The HB2 was the second offering from Bimota – the radical Italian bike builder. The HB1 had set the template. Massimo Tamburini – Bimota’s chief designer – totalled a Honda CB750, at Misano racetrack. Tamburini managed to salvage its four-cylinder engine from the wreckage. He then wrapped it in Bimota bodywork. The resulting HB1 – Honda/Bimota – hybrid became the first of the firm’s stylish, trend-setting roadsters.
The HB2 upped the ante, power-wise, from the HB1. The new bike sourced its motor from Honda’s CB900F. 95bhp was duly available. And the Bimota was lighter than the big Honda CB. It weighed just 441lb. State of the art suspension was then fitted. At the front, Ceriani teles were synced with a progressive-rate monoshock at the back. A tubular steel/aluminium plate frame added still more stability to the mix. With a 138mph top speed – and high-class handling – the HB2 etched a technical benchmark. Bimota had taken the superbike fight to its Oriental rivals. Pretty impressive from a small-scale manufacturer – certainly as compared with the Japanese ‘big four’.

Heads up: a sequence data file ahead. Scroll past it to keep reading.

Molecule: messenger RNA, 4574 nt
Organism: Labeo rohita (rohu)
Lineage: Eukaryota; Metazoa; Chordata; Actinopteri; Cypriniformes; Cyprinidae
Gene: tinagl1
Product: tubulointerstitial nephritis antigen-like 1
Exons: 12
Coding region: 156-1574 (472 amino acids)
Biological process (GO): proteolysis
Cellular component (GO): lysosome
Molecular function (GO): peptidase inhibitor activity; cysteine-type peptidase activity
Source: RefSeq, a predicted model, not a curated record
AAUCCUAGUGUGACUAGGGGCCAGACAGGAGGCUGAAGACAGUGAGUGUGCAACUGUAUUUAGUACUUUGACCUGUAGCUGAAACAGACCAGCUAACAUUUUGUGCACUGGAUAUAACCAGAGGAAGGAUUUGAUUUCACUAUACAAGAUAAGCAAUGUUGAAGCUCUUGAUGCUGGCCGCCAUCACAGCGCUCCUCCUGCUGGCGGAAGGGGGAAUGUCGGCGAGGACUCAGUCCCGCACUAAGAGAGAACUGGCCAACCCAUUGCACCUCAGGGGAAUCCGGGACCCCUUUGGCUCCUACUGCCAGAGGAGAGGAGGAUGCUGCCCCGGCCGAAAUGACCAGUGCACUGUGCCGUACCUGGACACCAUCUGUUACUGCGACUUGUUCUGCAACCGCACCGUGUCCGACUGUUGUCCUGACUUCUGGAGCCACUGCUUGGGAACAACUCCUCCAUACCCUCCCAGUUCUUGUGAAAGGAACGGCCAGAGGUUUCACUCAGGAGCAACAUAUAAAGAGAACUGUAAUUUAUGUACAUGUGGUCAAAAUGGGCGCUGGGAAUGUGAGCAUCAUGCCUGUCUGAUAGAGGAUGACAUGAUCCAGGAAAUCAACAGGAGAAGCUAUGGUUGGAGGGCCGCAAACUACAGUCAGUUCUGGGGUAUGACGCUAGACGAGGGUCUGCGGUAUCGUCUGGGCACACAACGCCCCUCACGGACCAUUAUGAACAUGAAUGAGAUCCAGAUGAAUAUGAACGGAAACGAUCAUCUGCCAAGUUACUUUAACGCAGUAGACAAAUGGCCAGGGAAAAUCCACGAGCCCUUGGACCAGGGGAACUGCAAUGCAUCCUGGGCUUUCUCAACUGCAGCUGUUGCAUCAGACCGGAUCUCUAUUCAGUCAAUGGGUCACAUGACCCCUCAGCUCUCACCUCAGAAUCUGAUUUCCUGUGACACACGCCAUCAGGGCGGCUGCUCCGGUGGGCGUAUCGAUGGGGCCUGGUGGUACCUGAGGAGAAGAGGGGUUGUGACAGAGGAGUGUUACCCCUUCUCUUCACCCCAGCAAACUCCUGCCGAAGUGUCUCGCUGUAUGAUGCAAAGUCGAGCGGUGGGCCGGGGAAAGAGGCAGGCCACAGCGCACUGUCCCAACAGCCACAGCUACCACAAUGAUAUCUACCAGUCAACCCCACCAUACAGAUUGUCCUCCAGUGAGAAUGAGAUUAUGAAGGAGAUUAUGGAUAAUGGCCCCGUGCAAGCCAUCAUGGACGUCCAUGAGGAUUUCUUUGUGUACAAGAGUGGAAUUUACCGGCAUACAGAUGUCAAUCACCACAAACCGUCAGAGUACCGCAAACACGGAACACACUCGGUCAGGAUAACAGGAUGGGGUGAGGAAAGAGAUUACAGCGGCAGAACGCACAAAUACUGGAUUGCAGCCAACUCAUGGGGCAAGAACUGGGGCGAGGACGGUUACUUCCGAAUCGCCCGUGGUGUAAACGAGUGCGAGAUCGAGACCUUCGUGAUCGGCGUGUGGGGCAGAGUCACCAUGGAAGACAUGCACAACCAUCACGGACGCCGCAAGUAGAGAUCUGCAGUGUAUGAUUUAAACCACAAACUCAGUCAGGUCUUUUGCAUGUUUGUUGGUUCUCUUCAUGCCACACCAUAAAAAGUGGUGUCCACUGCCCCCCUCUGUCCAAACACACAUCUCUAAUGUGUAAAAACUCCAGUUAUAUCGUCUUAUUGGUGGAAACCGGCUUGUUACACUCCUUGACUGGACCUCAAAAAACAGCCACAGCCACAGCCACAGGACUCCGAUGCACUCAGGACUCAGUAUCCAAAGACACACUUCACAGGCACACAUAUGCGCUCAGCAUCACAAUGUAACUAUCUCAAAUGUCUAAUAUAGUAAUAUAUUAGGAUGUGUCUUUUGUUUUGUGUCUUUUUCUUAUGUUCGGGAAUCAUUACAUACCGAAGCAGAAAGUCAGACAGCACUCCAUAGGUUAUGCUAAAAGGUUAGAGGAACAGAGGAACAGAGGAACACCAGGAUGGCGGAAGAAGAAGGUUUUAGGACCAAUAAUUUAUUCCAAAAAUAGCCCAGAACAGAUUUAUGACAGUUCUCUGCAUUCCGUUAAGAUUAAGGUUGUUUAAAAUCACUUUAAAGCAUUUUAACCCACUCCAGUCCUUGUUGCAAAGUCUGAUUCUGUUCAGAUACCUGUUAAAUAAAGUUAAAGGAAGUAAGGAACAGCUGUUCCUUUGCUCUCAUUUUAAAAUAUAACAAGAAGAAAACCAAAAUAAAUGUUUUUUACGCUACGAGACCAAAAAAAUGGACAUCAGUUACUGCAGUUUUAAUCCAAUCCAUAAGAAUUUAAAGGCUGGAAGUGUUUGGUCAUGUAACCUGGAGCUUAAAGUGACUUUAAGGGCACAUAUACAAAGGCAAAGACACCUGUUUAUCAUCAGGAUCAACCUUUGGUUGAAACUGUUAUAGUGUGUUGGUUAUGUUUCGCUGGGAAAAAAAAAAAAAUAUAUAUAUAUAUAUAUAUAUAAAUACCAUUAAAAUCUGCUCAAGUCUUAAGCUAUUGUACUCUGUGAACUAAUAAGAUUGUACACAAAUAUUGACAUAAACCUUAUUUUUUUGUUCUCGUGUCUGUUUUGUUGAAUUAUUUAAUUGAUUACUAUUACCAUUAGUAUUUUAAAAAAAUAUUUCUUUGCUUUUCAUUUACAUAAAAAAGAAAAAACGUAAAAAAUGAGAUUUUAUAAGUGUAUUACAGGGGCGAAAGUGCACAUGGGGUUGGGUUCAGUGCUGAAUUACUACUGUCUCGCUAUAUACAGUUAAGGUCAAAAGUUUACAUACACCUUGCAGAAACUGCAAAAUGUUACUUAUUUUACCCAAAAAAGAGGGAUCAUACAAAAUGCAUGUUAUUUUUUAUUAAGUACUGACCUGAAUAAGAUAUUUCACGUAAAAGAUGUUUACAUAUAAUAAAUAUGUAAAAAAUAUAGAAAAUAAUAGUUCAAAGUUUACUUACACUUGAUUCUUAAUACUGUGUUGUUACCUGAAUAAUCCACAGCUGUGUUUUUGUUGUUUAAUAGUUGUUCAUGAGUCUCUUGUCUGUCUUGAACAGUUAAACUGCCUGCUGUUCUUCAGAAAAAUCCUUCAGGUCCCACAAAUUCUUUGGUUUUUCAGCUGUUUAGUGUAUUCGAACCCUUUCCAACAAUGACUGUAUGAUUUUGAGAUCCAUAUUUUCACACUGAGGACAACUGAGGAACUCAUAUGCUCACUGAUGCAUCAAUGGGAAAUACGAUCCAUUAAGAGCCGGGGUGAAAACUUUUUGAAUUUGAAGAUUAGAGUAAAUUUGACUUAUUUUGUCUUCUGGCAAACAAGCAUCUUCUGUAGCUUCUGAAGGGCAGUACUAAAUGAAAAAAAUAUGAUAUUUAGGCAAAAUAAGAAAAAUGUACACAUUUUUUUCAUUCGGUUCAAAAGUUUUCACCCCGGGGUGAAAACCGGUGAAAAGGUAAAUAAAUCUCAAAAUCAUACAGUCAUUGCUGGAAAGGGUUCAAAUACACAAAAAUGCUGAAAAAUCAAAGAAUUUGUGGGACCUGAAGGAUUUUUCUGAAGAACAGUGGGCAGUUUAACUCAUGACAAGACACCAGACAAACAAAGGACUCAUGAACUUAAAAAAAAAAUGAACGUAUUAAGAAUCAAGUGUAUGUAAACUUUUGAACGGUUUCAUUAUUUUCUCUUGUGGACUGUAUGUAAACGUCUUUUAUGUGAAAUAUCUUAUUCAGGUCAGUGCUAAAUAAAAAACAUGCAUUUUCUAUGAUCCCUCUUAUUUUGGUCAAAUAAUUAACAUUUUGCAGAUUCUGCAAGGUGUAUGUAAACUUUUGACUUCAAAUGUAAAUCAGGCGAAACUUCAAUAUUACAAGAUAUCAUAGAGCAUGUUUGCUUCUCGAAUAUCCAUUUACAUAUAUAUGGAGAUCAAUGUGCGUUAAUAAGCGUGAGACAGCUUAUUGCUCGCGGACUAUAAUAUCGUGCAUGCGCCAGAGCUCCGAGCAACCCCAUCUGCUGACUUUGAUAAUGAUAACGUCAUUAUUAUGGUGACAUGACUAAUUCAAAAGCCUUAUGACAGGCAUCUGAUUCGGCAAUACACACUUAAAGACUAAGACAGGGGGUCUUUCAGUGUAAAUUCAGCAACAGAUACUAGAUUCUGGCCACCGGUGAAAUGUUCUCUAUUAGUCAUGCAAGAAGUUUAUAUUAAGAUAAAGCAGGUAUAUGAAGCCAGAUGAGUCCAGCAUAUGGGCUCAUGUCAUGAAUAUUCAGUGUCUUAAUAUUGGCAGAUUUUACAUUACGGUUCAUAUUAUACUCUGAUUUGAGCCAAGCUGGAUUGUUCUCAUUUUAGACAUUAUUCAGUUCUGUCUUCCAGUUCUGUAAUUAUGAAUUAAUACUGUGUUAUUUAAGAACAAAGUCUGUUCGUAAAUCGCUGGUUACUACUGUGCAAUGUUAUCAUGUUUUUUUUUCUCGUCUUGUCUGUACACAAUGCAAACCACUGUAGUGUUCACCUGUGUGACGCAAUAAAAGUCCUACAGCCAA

Not that the Bimota challenge came as a surprise to Honda, Suzuki, Kawasaki and Yamaha. In no particular order, by the way! After all, Bimota had been around the GP scene a while by then. In the showrooms, their unique selling-point was super-cool Italian looks – plus a Japanese engine! Sadly – even for a bespoke builder like Bimota – less than 200 HB2s were sold. The HB3 came to the rescue – to some extent, at least. It sealed the deal on the Honda/Bimota alliance. Like the HB2, the HB3 upgraded the package. This time, the Honda CB1100R engine was used. By that point, the Japanese marques were leading the pack again, in terms of overall performance. Notwithstanding – with their HB2 – Bimota had blazed a trail for beautiful, brain-bending motorbikes!